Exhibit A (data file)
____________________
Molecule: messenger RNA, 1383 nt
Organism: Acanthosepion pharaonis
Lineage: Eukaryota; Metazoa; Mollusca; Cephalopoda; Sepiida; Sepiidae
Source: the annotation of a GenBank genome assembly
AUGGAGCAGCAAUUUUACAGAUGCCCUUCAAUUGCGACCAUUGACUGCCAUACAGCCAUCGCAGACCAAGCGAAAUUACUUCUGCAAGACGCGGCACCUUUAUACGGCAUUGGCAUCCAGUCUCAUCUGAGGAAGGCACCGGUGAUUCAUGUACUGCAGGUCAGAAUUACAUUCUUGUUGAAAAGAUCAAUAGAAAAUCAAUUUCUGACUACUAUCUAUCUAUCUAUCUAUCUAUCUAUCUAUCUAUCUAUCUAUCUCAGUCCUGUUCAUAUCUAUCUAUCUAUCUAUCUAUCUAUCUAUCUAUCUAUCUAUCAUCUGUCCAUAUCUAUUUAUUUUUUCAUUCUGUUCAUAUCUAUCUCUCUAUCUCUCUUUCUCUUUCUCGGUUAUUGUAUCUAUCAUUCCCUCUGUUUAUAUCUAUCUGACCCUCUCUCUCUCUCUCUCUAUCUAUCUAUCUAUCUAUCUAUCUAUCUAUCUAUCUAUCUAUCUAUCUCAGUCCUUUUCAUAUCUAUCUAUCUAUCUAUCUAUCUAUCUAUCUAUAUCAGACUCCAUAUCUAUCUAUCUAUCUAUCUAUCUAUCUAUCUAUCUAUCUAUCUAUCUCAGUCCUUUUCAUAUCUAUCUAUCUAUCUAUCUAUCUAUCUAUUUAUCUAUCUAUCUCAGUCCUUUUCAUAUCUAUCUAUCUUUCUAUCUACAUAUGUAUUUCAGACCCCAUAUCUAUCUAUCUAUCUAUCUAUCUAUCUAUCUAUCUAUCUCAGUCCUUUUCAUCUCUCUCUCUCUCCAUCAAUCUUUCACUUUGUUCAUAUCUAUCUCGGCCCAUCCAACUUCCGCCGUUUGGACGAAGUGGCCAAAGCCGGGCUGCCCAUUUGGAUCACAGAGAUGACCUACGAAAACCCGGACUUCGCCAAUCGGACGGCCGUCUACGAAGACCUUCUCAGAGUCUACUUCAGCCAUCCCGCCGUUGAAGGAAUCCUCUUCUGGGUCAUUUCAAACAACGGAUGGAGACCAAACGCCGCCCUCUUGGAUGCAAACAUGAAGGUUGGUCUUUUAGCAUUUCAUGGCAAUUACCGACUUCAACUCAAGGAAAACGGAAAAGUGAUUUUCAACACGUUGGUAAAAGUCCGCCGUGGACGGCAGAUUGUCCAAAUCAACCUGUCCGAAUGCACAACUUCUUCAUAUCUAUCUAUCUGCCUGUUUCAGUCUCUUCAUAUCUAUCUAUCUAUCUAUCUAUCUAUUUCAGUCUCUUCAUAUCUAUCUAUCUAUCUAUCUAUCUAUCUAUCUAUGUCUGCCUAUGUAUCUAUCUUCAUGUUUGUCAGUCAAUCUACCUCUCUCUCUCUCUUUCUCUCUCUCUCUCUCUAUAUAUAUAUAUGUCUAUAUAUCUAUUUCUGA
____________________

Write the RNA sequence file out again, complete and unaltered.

Molecule: messenger RNA, 1383 nt
Organism: Acanthosepion pharaonis
Lineage: Eukaryota; Metazoa; Mollusca; Cephalopoda; Sepiida; Sepiidae
Source: the annotation of a GenBank genome assembly
AUGGAGCAGCAAUUUUACAGAUGCCCUUCAAUUGCGACCAUUGACUGCCAUACAGCCAUCGCAGACCAAGCGAAAUUACUUCUGCAAGACGCGGCACCUUUAUACGGCAUUGGCAUCCAGUCUCAUCUGAGGAAGGCACCGGUGAUUCAUGUACUGCAGGUCAGAAUUACAUUCUUGUUGAAAAGAUCAAUAGAAAAUCAAUUUCUGACUACUAUCUAUCUAUCUAUCUAUCUAUCUAUCUAUCUAUCUAUCUAUCUCAGUCCUGUUCAUAUCUAUCUAUCUAUCUAUCUAUCUAUCUAUCUAUCUAUCUAUCAUCUGUCCAUAUCUAUUUAUUUUUUCAUUCUGUUCAUAUCUAUCUCUCUAUCUCUCUUUCUCUUUCUCGGUUAUUGUAUCUAUCAUUCCCUCUGUUUAUAUCUAUCUGACCCUCUCUCUCUCUCUCUCUAUCUAUCUAUCUAUCUAUCUAUCUAUCUAUCUAUCUAUCUAUCUAUCUCAGUCCUUUUCAUAUCUAUCUAUCUAUCUAUCUAUCUAUCUAUCUAUAUCAGACUCCAUAUCUAUCUAUCUAUCUAUCUAUCUAUCUAUCUAUCUAUCUAUCUAUCUCAGUCCUUUUCAUAUCUAUCUAUCUAUCUAUCUAUCUAUCUAUUUAUCUAUCUAUCUCAGUCCUUUUCAUAUCUAUCUAUCUUUCUAUCUACAUAUGUAUUUCAGACCCCAUAUCUAUCUAUCUAUCUAUCUAUCUAUCUAUCUAUCUAUCUCAGUCCUUUUCAUCUCUCUCUCUCUCCAUCAAUCUUUCACUUUGUUCAUAUCUAUCUCGGCCCAUCCAACUUCCGCCGUUUGGACGAAGUGGCCAAAGCCGGGCUGCCCAUUUGGAUCACAGAGAUGACCUACGAAAACCCGGACUUCGCCAAUCGGACGGCCGUCUACGAAGACCUUCUCAGAGUCUACUUCAGCCAUCCCGCCGUUGAAGGAAUCCUCUUCUGGGUCAUUUCAAACAACGGAUGGAGACCAAACGCCGCCCUCUUGGAUGCAAACAUGAAGGUUGGUCUUUUAGCAUUUCAUGGCAAUUACCGACUUCAACUCAAGGAAAACGGAAAAGUGAUUUUCAACACGUUGGUAAAAGUCCGCCGUGGACGGCAGAUUGUCCAAAUCAACCUGUCCGAAUGCACAACUUCUUCAUAUCUAUCUAUCUGCCUGUUUCAGUCUCUUCAUAUCUAUCUAUCUAUCUAUCUAUCUAUUUCAGUCUCUUCAUAUCUAUCUAUCUAUCUAUCUAUCUAUCUAUCUAUGUCUGCCUAUGUAUCUAUCUUCAUGUUUGUCAGUCAAUCUACCUCUCUCUCUCUCUUUCUCUCUCUCUCUCUCUAUAUAUAUAUAUGUCUAUAUAUCUAUUUCUGA